PLAYING WITH TIME IS THE WRITER’S TOOL
Freeing the mind from the constraints of the linear computer screen.
My ‘left brain’ is linear. Orderly. And must eventually win: the words I produce on the screen or page will have to load into the brain, even in chunks, in an orderly fashion.
I call that the tyranny of the chronology. Or the tyranny of time. Tyranny, in any case.
Even if the story is being told non-linearly, with foreshadowing and backstory, and revisits the same events from different points of view, the ORDER of the words in the final product must be a queue: one behind the other.
We are creatures of time, mired in time, stuck in time – and used to dealing with input presented to us, in time.
Half our metaphors and clichés involve time:
A stitch in time saves nine.
In a timely manner.
Time heals all wounds.
Time to die. Time for dinner.
To everything, turn, turn, turn.
Our most common question: What time is it?
In that order.
Time is a relentless dimension, going always headlong into the future from the past, with a moment only in the present – and we are dragged along, willy nilly.
So much so that we hardly notice it.
Time is like air, not noticed until there is a lack
The right brain, which doesn’t do things that way, is also dragged along. Even if it takes in many things at one perception, each instant in time will bring a different set, to be perceived and dealt with – if possible – before being assaulted by the next.
This affects writing in many different ways, but especially in giving a power to the words already on the page – in their ordered stream. The left brain resists changing that which is already sorted into a linear order. It did all that work to organize things, and now you want to change their order? It demands to know, Why? It gets in the way of finding a better order, a more coherent whole.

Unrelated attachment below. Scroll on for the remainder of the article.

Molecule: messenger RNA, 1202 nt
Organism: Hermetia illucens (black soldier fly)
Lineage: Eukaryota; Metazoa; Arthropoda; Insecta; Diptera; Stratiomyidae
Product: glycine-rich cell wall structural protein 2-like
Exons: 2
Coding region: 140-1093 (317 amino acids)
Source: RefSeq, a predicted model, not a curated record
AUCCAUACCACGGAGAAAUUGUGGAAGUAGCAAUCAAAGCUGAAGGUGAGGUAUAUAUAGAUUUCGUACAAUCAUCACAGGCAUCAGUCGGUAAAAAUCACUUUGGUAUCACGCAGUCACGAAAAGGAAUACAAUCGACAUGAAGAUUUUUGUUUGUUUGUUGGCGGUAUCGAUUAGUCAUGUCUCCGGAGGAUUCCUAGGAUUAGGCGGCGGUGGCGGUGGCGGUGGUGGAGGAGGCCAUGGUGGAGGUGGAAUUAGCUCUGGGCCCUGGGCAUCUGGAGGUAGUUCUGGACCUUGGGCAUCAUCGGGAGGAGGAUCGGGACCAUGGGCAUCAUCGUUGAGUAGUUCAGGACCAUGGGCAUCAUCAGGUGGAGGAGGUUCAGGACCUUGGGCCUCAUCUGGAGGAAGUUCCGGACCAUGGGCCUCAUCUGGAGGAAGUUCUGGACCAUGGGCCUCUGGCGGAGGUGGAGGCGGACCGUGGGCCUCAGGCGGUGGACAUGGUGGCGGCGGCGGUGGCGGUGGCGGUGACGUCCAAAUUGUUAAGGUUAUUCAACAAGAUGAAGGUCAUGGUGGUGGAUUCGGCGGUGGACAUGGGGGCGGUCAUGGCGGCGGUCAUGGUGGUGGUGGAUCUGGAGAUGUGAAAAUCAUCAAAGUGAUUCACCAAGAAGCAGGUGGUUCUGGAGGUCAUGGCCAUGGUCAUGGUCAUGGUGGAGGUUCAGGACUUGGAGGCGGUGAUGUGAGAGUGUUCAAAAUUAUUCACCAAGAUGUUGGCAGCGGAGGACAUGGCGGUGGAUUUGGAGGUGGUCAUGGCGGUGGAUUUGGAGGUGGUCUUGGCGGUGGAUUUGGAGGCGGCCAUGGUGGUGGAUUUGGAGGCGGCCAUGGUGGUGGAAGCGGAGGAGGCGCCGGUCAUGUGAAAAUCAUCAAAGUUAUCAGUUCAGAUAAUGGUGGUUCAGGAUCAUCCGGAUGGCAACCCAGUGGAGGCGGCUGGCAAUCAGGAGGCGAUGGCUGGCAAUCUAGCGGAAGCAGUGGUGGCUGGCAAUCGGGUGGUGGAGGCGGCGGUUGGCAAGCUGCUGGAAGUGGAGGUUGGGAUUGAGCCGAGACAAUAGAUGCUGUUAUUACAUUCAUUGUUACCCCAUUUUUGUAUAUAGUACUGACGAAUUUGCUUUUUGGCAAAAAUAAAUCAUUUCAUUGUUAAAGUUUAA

Loosening the grip of time
For me, one of the best ways to stop that linear progression is to go to paper: a fresh sheet of scratch paper invites scribbling. Pencil, pen, colored markers. A neon yellow highlighter. A printed copy of the current version or pieces of older versions invites scissors and tape. And rearranging. Always rearranging. Clumping – and stringing out. Grouping in different ways.
I know there is software for that – to make a screen more like a whiteboard. Maybe the next generation will be comfortable with its freedom, and not notice its inherent limitations: the screen doesn’t allow you to cut it into pieces.
But ‘going to paper’ stops time for me for long enough to see if this fiction has a BETTER timeline in it, a different order for all those perceptions and illuminations of the right mind.
Manipulating time – for story
Always in mind is the idea of how to slip all these bits and pieces of the story into the reader’s head so a coherent whole story can assemble, KNOWING the reader’s mind is different from my own, KNOWING that the story for the reader will be different from my version in many and subtle ways because every head is a whole world, and every world in a mind is different from every other one. Presenting the building blocks in the best way I can think of to invoke the reader’s use of her built-in software.
Overcoming my OWN Resistance to changing anything – to make it better – requires that I manipulate time for my own purposes, which also requires that I step out of the constraints linear time puts on ME.